“Once upon a time there lived in Berlin, Germany, a man called Albinus. He was rich, respectable, happy; one day he abandoned his wife for the sake of a youthful mistress; he loved; was not loved; and his life ended in disaster.”
That succinct paragraph opens Laughter in the Dark before Vladimir Nabokov dutifully unfolds the spiraling downward fall of middle-aged art critic Albert Albinus and his gripping obsession with the 16-year-old Margot Peters. The novel was first published in Russian in 1932 under the far more captivating title Camera Obscura, and twenty-three years later Nabokov would tackle a similar theme of an older man with a young girl in the groundbreaking Lolita. But, whereas the famed nymphet of the 1950s gains a certain amount of pity for her situation, Margot comes across for what she is: a spoiled, conniving, and ultimately quite cruel femme fatale.
An adulterous affair requires no other impetus than old fashion lust but Nabokov provides Albinus with two main ‘reasons’ for his travelling eye. His wife, Elisabeth, can be a bit dull between the sheets, or, in his own words, “she failed to give him the thrill for which he had grown weary with longing.” He also finds her rather boring in conversation and doesn’t particularly appreciate her input when company is present. He admits he married the docile Elisabeth “because it just happened so.” Albinus spots the young Margot who, unbeknownst to him, has survived financially as a nude model, been ‘taken care’ of by an older woman who discreetly pimped her ‘innocence’, and finally turned to a life of prostitution for room and board. Still desperate and wondering if she would have to sell her furniture, she takes an ordinary job at a local movie theater that is routinely attended by Albinus.
Margot’s trained eye recognizes an easy mark and lets the wealthy suitor set her up in her own apartment with additional funds for furnishing and then maliciously sends a letter to his house with the hopes that Elisabeth will put an end to his coming around. Nice gal, huh? Elisabeth finds the letter as planned and instead separates from Albinus. Surprisingly Albinus, though distressed, doesn’t seem as upset with Margot’s supercilious actions, and, in fact, they have endeared him more to the young conniver who he quickly forgives. It’s hard to fathom at times how Albinus can be so completely devoted to such a spoiler of a human being especially when Irma, his young daughter, turns sick and dies. Margot glibly tells him, “don’t be so depressed, woggy.” Her rationale is that Elisabeth and the rest of the family had turned the little girl against him anyway and adds, “if I could have a child, I’d rather have a boy.” Since Nabokov presents Albinus as a caring father it’s easy to imagine that he would at this point kick Margot to the proverbial curb, but no, he quickly moves on. Even the hall-porter observing the seemingly happy Albinus declares to the postman, “It’s hardly believable … that Herr’s little daughter died a couple of weeks ago.”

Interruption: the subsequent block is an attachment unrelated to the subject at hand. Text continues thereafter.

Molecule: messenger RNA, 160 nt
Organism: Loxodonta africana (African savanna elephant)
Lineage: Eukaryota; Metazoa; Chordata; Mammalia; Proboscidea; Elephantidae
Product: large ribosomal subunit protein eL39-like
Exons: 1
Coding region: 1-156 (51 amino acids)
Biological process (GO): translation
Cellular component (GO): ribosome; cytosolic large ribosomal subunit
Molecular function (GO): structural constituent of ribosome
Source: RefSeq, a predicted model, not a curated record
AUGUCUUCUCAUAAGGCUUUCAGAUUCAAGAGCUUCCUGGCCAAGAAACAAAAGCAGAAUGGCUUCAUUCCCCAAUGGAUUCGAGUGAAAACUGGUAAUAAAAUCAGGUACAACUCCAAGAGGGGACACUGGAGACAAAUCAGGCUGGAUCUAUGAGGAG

Margot has a change of heart concerning her suitor, realizing his wealth and position as a theater critic can secure her acting parts and, after a time, the talentless Margot is featured on the silver screen. But she cringes when she sees how gawky and stiff her acting is, feeling “like a soul in Hell to whom the demons are displaying the unsuspected lining of its earthly transgressions.” To take her mind off her unsuccessful debut, Albinus whisks Margot away for an extended holiday. Along for the adventure is their chauffeur named Rex, a former flame of Margot’s (a fact hidden from Albinus), and the lovebirds seize the opportunity to reignite their romance. Albinus catches wind of it and while he’s driving Margot away from the hotel and Rex, he crashes the car in a horrific accident that leaves him blind.
Margot continues her affair with Rex who parades about the house naked, mocking the blind Albinus while openly carrying on with Margot in his presence. At first, Albinus is unaware but gradually his other senses grow stronger and he is mindful he’s being played for a fool. When Elisabeth’s brother Paul comes to her with his suspicion that Albinus is being bled dry financially by the amoral couple, she asks him to go check on her ex. There, Paul discovers Rex seated nude across from the blind man, torturing him with a blade of grass that Albinus swats at as if it’s a fly. The shamed man acts “like Adam after The Fall … cowering by the white wall and grinning wanly, covered his nakedness with his hand.” Paul takes Albinus back to Elisabeth who has continuing love and sympathy for him.
Biographer Brian Boyd notes, in his indispensable Vladimir Nabokov: The Russian Years, “… now these two unglamorous characters seem the only appealing people in the whole book. Nabokov often sides with those spurned by the flashier figures at the center of his novels.” To his final detriment Albinus learns Margot is clearing out her apartment, so he goes there with a pistol intent on killing her. When he arrives, he blocks the only exit and feels a presence coming toward him. “Albinus could control himself no longer; with a fierce groan he pressed the trigger.”
Previously I’ve asserted that two other Nabokovian literary oeuvres—Despair and The Eye—could have fit quite comfortably into what we regard as the noir framework. Wikipedia describes noir, in part, as “particularly those that emphasize cynical attitudes and sexual motivations.” Add in handfuls of deceit, betrayal, victim of circumstance, and murder, and I would declare that Laughter in the Dark is one very fine piece of noir.
Read all of Edward A. Grainger's posts at Criminal Element.